Companies of all sizes use focus groups to better their businesses. Whatever the intent of the focus group, the expense and time it takes to plan and conduct the focus group are recouped in the information gathered that will enable the company to grow its business based on real-life data and customer opinions.
Focus groups can be used to gather opinions about a product, a marketing campaign, or the overall operations of a company, such as billing or customer service. The focus group director generally states the intent of the group upfront and then asks pointed questions directly related to the topic. Based on the results, product development plans or marketing strategies can be altered to achieve higher customer satisfaction.
Focus groups can be face-to-face groups gathered in a neutral, off-site location such as a meeting or conference space. There are also focus groups that receive and submit written surveys and those that are surveyed over the telephone or by email. The focus group type is determined by the customer base, the target market, and the goals of the focus group director. For example, a few quick questions gathering opinions of a new marketing campaign might best be handled by telephone or email, depending on the geography of the target market.
The size of a focus group size is based on a significant sampling of the customer base or target market. The focus group should be large enough to ensure that a variety of people participate so the results are not skewed, but small enough that the size of the group is not unwieldy. The size will also be affected by whether a particular segment of the customer base will be the focus of the questions. For example, if the customer base is men and women over age 40, the focus group might be set up to seek the opinions of a campaign targeting women over 40 with two or more children.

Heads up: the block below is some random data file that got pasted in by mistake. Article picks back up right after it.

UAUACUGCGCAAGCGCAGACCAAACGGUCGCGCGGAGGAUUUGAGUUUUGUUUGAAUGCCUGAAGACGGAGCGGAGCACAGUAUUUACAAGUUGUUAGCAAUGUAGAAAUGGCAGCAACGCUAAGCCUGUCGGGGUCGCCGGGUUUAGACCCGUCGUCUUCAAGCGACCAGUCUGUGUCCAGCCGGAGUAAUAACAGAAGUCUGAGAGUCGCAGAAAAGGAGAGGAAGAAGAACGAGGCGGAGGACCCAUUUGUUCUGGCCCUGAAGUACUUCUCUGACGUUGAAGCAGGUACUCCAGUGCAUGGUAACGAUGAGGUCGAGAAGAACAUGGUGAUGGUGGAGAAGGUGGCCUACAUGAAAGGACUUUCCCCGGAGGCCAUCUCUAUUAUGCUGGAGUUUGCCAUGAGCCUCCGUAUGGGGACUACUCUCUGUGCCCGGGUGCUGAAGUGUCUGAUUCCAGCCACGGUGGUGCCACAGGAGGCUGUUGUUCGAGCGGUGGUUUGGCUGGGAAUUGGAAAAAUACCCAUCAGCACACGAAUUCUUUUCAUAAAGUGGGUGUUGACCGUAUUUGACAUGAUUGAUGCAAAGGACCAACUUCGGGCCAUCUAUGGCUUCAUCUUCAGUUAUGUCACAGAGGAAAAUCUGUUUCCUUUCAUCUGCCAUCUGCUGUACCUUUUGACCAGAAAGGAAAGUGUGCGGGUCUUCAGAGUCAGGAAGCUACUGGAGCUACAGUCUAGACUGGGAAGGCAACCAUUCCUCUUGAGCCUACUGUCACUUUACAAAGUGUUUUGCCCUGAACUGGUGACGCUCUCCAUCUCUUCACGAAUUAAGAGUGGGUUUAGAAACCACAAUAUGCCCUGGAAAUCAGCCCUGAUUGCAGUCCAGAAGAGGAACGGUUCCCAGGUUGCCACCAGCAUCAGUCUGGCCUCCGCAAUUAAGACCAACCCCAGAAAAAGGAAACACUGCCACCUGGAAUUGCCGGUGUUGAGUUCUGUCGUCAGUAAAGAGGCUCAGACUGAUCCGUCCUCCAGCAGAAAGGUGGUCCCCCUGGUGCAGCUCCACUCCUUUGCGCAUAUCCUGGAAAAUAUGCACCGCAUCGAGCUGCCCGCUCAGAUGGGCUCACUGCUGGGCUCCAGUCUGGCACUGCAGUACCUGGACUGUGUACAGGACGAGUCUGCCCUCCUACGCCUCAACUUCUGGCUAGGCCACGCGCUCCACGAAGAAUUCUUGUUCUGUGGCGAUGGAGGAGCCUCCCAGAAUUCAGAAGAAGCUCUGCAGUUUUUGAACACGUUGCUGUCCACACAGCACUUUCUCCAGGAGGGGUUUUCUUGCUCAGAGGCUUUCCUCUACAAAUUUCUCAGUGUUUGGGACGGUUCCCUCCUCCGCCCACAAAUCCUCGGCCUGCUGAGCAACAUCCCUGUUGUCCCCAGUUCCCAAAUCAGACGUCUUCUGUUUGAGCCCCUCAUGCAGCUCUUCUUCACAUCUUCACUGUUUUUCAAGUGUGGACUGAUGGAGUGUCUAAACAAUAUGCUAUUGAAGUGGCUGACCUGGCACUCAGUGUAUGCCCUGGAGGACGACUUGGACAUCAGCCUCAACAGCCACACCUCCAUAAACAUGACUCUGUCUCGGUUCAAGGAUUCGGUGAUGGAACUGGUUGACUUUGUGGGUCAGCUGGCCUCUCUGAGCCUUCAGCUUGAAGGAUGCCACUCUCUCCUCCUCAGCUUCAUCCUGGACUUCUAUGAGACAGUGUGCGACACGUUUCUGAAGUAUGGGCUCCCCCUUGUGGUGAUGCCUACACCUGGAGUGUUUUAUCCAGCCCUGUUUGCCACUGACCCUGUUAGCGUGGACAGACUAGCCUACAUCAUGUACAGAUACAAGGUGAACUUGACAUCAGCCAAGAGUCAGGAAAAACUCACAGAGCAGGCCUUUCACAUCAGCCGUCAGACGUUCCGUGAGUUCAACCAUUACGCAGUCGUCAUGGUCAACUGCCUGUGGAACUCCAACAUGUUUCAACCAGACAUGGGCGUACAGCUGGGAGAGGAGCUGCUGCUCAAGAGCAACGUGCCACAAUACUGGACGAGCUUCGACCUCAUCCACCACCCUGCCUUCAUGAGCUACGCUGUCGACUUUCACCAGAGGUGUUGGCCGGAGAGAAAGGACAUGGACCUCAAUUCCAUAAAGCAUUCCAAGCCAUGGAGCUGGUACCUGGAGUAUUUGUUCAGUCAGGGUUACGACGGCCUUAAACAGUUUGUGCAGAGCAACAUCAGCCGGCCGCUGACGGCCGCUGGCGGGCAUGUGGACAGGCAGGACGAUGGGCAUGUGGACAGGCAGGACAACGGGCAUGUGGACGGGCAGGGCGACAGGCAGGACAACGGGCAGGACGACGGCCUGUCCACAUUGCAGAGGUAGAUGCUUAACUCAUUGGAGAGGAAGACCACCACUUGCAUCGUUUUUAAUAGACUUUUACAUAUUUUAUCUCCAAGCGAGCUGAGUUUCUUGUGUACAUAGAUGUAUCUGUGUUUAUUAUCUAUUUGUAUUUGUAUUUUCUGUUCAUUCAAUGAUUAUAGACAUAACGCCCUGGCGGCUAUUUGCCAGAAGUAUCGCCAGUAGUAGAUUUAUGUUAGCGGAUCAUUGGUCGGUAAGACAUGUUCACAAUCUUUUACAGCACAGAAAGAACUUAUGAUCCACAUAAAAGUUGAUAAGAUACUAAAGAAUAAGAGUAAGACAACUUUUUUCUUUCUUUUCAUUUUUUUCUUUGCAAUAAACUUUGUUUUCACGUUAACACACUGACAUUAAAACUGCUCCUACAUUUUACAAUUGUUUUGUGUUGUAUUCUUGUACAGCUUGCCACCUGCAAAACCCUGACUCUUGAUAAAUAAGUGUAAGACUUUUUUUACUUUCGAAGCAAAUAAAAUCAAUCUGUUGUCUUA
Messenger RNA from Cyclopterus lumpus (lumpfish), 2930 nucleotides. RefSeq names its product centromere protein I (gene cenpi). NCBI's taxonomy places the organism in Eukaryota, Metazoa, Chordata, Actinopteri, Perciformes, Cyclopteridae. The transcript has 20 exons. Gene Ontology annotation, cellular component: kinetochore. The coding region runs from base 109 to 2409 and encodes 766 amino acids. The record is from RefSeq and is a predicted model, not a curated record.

Focus groups can be relatively inexpensive and do not necessarily require renting an off-site facility or hiring extra help. Focus group members are generally paid for their participation; however, the compensation can also include more inexpensive considerations, such as refreshments during the meeting. Focus groups can also be conducted electronically via email, Internet-based surveys or even through the use of webcasts.
The ability to gather real-life opinions about a company’s products, operations, and marketing campaigns offers the potential to change strategies to more closely match the needs and desires of that company’s target market. Information gathered based solely on objective demographic data does not reflect circumstances--such as economic issues--that may change the profile of a company’s customer base. A focus group can provide current, accurate information collected directly from customers and potential customers, based on their existing situations.